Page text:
Why? The prevailing view seems to be that as a small trading nation buffeted in the seas of international economic uncertainty New Zealand cannot afford to upset, lest existing markets be threatened, or potential new ones closed off. It explains, but does not justify, the reason for soft-pedalling any criticism of Saudi Arabia’s shocking human rights record, and our timidity on the case of the Qatari businessman, because the greater prize of a potential free trade agreement with the Gulf states might be put at risk. We remain quiet on Myanmar for trade reasons too, and have been pathologically scared of saying critical of China for years now.

While the pursuit of enlightened self-interest is a legitimate foreign policy goal, it needs to be balanced by some objectivity. In recent years though our foreign policy has become too craven and trade-focussed and lacking a moral compass. In short, we have become too silent, lest we cause offence.

But relying on quiet words in diplomatic ears; nods and winks; pull-asides; text messages, or whatever, is not the way to conduct foreign policy. We have a right to expect our foreign policy to be evocative of our independence and nationhood by upholding human rights and dignity, and to stand up for New Zealanders when and where necessary. It is time to abandon the chin-dripping subservience we are lapsing into.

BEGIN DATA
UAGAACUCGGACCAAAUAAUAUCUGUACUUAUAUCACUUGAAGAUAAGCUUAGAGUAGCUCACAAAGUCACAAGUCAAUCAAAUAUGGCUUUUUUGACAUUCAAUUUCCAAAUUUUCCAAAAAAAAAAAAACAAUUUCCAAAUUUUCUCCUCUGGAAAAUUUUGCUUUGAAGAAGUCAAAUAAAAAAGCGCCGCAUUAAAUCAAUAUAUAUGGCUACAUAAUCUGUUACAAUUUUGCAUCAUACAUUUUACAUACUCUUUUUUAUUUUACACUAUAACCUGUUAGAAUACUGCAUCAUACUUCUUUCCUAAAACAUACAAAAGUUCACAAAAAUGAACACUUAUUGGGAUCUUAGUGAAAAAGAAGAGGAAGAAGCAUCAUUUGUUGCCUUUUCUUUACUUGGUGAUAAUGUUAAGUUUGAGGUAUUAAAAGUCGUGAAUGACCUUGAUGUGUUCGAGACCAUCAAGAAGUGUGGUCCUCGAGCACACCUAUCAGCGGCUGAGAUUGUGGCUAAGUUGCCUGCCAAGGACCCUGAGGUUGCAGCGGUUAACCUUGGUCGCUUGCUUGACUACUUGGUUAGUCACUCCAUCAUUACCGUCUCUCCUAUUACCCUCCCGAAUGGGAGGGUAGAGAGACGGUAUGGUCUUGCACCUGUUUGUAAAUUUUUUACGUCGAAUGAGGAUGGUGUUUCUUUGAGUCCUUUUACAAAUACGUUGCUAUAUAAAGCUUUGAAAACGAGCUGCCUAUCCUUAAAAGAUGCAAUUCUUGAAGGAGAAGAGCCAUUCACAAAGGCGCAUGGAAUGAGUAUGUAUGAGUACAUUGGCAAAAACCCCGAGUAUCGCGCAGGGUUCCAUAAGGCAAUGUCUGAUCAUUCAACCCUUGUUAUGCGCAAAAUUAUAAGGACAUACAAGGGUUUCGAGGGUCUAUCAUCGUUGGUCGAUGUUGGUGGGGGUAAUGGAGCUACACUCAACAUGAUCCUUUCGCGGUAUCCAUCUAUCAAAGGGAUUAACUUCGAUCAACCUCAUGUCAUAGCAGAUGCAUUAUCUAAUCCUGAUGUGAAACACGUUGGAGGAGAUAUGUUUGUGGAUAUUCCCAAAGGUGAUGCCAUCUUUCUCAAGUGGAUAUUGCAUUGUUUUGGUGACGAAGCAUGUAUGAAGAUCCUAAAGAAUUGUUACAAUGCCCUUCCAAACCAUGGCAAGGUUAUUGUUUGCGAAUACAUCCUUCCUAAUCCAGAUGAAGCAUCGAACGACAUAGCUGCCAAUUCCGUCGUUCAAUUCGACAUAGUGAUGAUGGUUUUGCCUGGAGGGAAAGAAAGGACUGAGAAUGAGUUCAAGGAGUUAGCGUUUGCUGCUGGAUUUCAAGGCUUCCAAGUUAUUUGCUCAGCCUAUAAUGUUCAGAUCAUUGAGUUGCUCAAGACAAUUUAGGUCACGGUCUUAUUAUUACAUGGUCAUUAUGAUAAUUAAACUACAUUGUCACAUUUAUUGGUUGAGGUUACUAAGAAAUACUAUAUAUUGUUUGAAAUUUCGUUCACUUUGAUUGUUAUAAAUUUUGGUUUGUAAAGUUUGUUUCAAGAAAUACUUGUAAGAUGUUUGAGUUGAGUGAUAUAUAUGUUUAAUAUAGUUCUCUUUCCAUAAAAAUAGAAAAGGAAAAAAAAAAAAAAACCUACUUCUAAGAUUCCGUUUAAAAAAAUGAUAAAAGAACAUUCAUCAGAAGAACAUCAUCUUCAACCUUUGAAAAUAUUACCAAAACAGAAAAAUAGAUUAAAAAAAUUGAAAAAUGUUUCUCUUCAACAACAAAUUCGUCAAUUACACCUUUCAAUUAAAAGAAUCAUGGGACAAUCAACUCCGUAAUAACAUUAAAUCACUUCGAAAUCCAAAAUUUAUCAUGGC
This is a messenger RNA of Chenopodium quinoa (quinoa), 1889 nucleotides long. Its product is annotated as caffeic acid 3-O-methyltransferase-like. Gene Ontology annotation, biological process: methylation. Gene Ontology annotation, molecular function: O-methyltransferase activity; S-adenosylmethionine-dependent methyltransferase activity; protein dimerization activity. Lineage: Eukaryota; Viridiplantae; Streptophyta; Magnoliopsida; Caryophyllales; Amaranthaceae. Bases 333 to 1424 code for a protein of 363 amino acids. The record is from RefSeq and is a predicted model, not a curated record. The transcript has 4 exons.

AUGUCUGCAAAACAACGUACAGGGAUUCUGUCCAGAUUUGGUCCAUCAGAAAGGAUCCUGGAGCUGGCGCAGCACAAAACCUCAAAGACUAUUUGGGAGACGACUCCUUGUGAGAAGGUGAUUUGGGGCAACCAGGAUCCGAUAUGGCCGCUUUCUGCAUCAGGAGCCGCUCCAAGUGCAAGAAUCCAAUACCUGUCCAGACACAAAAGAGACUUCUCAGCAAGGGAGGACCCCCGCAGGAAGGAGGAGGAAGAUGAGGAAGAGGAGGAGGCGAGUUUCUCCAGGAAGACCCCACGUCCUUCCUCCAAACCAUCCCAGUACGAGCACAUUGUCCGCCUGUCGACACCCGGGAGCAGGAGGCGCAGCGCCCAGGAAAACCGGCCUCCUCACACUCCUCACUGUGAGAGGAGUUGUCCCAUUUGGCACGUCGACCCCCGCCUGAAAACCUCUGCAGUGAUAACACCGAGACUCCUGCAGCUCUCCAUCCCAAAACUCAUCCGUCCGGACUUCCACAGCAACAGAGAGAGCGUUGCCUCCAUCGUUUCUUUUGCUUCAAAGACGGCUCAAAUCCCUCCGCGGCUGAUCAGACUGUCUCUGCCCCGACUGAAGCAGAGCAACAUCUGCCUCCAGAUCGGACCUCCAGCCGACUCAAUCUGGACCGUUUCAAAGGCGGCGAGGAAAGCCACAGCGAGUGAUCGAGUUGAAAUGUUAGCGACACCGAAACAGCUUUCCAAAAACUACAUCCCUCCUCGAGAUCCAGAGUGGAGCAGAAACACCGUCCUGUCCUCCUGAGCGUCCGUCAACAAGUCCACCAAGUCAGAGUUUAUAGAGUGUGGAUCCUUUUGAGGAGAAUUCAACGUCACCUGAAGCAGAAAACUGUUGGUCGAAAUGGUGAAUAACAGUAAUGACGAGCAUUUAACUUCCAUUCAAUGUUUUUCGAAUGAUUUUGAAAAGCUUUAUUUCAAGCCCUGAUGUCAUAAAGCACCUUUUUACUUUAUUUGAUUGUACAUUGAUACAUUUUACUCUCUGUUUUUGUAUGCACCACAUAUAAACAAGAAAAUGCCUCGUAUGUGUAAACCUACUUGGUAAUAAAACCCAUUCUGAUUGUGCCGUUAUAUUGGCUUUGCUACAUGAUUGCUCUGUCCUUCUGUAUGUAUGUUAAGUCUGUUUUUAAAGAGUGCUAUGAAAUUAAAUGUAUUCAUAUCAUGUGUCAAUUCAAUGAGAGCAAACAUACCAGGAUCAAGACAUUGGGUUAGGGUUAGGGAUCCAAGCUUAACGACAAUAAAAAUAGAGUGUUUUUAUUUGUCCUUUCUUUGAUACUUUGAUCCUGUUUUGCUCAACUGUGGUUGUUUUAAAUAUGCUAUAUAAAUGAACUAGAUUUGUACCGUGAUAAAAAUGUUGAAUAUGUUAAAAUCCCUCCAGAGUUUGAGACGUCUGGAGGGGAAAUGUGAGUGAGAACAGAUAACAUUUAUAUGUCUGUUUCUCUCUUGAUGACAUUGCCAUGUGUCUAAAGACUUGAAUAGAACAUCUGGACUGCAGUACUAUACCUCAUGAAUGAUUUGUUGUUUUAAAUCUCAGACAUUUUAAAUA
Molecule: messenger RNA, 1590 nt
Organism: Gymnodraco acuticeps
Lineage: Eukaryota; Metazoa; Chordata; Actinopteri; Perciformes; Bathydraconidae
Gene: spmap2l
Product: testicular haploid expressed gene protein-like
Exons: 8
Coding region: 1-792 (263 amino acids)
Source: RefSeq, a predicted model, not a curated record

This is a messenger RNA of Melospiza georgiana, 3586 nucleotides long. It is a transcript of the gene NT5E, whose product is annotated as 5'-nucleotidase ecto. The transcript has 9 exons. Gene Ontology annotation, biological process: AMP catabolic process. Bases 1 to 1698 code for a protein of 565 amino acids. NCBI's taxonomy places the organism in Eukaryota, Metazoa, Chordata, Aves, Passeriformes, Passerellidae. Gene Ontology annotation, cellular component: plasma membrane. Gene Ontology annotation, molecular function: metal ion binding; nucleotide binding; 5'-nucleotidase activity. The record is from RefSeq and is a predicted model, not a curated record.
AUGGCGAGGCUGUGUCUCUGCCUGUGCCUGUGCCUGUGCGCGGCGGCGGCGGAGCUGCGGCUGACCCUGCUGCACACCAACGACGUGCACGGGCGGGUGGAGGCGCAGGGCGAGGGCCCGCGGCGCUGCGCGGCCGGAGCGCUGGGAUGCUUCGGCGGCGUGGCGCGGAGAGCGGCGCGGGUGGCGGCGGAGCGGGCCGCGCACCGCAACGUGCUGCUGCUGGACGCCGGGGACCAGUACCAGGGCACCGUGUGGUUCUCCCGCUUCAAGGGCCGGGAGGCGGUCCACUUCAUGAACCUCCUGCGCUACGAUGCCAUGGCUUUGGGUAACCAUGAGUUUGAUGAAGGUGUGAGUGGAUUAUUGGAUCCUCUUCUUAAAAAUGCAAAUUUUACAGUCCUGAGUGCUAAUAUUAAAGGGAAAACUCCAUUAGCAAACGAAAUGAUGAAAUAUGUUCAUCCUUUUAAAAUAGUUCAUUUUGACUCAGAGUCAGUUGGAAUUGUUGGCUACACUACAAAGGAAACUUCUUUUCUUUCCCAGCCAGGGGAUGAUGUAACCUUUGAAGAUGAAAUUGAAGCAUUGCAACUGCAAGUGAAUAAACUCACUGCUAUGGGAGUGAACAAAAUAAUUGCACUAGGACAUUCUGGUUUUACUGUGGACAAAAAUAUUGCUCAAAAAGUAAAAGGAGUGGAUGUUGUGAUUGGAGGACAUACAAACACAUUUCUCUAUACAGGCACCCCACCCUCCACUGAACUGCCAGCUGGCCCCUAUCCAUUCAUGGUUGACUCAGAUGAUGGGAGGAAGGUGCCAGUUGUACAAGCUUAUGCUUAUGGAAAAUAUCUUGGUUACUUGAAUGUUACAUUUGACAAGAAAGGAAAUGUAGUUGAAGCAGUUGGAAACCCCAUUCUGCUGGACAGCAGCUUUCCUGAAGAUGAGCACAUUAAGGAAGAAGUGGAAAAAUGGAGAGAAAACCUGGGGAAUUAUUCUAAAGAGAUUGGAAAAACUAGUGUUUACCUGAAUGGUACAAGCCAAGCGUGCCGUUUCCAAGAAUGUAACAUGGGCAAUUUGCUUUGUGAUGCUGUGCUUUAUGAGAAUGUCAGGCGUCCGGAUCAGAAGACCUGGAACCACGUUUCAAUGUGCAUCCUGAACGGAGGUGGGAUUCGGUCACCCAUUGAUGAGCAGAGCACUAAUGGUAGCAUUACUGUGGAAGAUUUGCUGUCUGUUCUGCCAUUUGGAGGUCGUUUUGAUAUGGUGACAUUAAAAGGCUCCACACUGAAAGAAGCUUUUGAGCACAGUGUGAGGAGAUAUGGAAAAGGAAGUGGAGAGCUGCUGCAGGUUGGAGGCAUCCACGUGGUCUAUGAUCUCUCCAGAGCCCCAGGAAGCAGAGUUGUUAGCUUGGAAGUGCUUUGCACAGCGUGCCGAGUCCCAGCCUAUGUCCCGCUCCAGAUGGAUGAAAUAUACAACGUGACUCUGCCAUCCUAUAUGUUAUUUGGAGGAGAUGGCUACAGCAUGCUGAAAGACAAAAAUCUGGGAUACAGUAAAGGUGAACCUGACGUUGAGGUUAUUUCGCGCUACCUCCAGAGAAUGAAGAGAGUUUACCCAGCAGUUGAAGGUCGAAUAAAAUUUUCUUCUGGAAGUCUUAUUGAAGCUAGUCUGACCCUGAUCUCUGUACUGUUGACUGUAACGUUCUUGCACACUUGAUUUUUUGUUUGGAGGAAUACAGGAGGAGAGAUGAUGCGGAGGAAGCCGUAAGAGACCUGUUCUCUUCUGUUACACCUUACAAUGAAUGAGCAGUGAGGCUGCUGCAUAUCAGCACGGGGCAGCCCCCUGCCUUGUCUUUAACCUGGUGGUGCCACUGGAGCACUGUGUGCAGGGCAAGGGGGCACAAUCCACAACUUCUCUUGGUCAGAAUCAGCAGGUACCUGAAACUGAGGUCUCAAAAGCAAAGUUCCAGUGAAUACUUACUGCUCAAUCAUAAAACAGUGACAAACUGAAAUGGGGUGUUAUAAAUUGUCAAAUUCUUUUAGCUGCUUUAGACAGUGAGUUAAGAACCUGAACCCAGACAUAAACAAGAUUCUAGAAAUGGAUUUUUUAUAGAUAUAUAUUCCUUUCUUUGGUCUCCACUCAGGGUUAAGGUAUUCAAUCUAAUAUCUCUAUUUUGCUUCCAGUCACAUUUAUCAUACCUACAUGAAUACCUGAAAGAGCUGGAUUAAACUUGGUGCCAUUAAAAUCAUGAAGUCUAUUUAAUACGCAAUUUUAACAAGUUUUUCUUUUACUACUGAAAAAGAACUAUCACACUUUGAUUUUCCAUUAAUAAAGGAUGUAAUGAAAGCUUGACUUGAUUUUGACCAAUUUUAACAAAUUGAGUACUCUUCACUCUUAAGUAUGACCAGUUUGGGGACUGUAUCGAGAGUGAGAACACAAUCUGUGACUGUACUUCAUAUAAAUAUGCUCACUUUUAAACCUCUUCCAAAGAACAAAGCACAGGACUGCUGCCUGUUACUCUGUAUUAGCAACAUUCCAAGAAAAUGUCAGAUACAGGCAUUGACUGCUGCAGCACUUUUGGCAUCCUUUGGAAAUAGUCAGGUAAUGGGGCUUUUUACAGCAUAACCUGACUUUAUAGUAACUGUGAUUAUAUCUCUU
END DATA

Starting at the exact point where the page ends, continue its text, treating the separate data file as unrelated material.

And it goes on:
Wednesday, 23 September 2015

24 September 2015

Four months ago I began a public consultation process on the future of New Zealand’s Fire Service. The reason was simple – the basic structure of the Fire Service has not changed since the late 1940s, despite its nationalisation in 1975. Yet, in that time, the nature and volume of its work has changed considerably. So there is a need to ensure that the Fire Service continues to be fit for purpose.

New Zealand’s Fire Services – urban and rural – are distinct, in that over 80% of our firefighters are volunteers. That is not about to change. Therefore, alongside maintaining the position of our paid firefighters, ensuring the future viability of the volunteer force is critical to the future of the Fire Service.